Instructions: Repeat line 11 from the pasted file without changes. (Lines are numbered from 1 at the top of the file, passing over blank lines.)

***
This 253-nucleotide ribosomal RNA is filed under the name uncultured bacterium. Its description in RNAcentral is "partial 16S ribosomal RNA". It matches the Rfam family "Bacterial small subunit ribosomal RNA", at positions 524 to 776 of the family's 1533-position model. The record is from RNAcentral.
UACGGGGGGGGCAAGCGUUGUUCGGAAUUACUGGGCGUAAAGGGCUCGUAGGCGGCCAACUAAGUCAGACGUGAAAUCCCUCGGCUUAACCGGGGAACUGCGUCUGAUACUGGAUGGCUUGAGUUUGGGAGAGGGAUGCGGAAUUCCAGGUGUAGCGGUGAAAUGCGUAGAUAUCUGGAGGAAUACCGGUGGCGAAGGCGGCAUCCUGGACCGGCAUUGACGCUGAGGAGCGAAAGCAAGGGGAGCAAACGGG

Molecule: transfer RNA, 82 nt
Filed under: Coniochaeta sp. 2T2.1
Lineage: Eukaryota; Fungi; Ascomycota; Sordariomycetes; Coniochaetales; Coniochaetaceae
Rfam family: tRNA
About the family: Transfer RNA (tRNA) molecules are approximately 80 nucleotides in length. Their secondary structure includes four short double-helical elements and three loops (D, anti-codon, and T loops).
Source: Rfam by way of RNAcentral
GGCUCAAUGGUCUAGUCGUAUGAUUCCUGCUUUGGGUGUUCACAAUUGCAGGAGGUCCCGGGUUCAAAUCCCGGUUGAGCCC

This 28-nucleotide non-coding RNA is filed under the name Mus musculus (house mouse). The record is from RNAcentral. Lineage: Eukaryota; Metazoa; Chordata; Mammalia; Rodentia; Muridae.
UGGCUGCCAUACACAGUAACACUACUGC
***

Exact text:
UGGCUGCCAUACACAGUAACACUACUGC